The health professionals took to social media in March after introducing ‘Traffic Light Hats’ on to the Trust’s Labour Suites and Neonatal Units.
Worn by new-born tots, these knitted garments in green, orange and red are incredibly important, with each signalling what level of care is required for each infant at a glance.
These hats are used within the first 24 hours of the baby’s life and are then taken home with them as a keepsake. With over 5,000 babies delivered at DBTH each year, this means that a lot of hats are required annually.
Just one day after the initial appeal was launched for the head-wear, more than 400,000 had seen the posts on Facebook, and not long after the first hand-stitched garments started to arrive, with packages delivered from countries as far-afield as Canada, Australia and New Zealand, alongside countless local well-wishers.
In just a few weeks, the appeal reached more than 1,000,000 people on the social network.
With public support and enthusiasm shown on social media, the hospital teams expanded the appeal to include ‘Cannula Mittens’ as well as ‘Bonding Hearts’.
As useful as their comfy counter-part, the mittens are used to ensure that infants do not disturb their cannulas or pull them out, while bonding hearts help tots to familiarise themselves with their mother’s smell, and vice-versa, when they are apart during hospital care.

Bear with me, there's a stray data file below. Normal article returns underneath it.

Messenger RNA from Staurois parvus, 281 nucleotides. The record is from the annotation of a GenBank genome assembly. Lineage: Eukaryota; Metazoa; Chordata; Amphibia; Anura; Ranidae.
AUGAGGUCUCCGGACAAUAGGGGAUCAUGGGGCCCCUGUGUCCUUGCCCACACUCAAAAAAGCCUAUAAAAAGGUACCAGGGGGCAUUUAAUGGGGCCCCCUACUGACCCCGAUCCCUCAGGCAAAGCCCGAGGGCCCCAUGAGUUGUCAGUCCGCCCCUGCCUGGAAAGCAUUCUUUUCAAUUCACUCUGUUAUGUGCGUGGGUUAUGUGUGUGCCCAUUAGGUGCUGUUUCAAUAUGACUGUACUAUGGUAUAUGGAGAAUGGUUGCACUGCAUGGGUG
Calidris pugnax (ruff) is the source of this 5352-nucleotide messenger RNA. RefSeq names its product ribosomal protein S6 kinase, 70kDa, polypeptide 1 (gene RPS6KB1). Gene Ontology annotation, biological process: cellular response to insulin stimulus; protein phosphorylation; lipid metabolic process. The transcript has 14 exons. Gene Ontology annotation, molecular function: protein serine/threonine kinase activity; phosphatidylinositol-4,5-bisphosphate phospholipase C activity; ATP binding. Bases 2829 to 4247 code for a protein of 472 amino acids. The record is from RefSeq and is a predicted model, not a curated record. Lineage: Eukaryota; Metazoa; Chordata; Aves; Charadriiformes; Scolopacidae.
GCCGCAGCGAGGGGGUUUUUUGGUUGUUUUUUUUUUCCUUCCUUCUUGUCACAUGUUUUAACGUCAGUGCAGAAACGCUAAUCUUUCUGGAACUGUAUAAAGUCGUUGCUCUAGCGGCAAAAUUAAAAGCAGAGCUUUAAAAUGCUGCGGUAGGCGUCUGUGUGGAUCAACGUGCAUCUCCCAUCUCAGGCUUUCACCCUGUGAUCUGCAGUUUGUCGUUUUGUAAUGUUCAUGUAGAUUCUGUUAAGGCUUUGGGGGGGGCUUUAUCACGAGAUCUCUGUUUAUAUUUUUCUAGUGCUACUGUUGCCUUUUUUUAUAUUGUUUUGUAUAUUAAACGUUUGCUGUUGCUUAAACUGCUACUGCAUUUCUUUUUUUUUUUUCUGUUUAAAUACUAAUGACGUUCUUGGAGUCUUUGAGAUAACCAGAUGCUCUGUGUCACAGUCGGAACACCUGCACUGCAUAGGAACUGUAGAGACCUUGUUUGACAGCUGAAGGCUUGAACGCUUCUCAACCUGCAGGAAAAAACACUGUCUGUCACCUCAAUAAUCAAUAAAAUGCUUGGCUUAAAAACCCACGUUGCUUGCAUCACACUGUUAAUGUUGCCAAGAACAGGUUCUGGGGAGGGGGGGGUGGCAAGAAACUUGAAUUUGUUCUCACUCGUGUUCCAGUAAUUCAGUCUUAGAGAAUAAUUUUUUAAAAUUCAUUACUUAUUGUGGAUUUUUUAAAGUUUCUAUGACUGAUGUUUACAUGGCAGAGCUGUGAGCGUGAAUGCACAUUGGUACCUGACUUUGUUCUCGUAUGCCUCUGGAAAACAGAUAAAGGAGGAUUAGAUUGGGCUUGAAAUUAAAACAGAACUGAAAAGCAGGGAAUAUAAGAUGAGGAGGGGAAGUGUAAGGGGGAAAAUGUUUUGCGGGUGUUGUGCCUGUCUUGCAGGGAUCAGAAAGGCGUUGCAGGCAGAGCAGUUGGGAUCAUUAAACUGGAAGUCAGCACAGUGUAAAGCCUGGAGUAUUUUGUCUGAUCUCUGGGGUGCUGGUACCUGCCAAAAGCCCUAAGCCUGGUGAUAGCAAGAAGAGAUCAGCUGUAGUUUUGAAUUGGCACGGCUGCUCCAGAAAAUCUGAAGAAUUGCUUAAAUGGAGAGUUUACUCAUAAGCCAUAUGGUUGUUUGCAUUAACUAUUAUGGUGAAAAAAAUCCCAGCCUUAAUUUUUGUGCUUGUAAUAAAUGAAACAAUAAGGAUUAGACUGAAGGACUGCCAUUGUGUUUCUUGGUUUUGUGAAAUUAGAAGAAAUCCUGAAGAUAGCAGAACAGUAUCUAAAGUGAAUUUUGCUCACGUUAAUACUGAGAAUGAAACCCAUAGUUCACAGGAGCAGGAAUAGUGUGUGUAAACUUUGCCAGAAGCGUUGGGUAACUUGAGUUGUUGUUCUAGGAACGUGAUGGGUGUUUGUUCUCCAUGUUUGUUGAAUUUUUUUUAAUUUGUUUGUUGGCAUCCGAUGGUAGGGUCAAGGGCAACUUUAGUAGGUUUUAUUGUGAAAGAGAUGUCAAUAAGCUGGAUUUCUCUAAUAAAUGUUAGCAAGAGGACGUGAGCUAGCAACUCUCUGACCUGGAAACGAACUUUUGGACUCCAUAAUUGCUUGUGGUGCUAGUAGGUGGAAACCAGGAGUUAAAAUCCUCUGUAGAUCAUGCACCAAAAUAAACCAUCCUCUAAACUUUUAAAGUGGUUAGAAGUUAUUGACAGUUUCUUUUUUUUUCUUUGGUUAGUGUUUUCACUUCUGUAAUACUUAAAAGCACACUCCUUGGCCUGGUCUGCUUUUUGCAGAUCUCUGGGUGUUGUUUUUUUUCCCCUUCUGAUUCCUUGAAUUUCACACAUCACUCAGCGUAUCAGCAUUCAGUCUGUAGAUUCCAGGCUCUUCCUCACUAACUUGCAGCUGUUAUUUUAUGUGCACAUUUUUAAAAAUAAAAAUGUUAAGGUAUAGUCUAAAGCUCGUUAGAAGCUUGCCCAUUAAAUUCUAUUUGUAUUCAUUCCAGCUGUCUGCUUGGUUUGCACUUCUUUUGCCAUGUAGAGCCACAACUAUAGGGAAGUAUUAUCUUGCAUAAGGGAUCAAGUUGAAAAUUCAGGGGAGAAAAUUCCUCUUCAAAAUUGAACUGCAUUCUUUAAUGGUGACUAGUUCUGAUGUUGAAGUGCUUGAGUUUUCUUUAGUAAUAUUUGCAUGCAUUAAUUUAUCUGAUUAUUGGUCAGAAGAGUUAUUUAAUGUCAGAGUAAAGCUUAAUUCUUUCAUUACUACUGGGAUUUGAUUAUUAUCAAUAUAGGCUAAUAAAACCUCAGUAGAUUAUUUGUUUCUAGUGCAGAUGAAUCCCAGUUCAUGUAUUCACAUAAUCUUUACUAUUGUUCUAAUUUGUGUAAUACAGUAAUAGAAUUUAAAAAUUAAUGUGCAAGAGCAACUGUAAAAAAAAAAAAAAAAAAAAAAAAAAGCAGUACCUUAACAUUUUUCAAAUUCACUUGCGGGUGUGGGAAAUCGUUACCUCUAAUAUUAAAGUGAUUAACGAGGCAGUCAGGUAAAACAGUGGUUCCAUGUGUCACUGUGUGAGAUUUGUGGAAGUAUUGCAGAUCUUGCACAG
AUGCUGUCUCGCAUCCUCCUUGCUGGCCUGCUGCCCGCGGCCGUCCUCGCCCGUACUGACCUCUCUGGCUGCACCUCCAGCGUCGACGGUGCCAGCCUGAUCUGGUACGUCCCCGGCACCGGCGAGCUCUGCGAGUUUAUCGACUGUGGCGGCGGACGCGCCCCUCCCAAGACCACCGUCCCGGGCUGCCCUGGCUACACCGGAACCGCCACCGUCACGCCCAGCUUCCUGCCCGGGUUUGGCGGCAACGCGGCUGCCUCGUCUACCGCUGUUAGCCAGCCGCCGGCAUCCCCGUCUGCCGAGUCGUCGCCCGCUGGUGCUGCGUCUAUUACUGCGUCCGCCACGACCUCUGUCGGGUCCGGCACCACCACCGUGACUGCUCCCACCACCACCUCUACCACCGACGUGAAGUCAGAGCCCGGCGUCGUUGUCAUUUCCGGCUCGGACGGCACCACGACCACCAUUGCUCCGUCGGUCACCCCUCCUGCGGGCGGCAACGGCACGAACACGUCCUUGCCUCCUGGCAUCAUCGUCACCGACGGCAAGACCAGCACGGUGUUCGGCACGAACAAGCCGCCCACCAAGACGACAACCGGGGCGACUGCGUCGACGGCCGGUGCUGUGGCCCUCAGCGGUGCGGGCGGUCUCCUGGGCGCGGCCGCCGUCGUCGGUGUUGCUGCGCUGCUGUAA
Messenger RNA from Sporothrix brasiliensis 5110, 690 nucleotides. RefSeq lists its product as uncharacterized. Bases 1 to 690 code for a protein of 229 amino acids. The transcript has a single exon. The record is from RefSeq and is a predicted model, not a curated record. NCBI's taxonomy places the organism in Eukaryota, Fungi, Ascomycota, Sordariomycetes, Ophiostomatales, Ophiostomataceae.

Cindy Storer, acting deputy director of Nursing, Midwifery and Allied Health Professionals, said: “We are truly stunned by the number of knitted garments we have received throughout the past number of weeks. The generosity of people across the country and, in some cases, internationally has been heart-warming. We can’t thank those who have donated enough.#
“We must now ask our knitters to put down their needles and wool for the time-being as we have all the hats, mittens and bonding hearts that we need.”
With more than 10,000 knitted items received, Trust staff are now hard-at-work sorting out the assorted packages that have been received, as well as finding suitable storage to ensure they remain fresh and ready-to-use in the coming months.
Richard Parker OBE, chief executive at the Trust said: “I want to thank everyone who has taken the time to contribute to this appeal. We are all aware of the power of social media and to see it put to such positive use is very touching. Our babies are now suitably snug, and getting the benefit of our supporters hard work and generosity.”
The Trust will soon be launching another knitting appeal, this time focused upon ‘Twiddle-Muffs’ which are used to calm, comfort and distract patients living with dementia.
Details regarding the campaign will be available on www.dbth.nhs.uk in the coming weeks.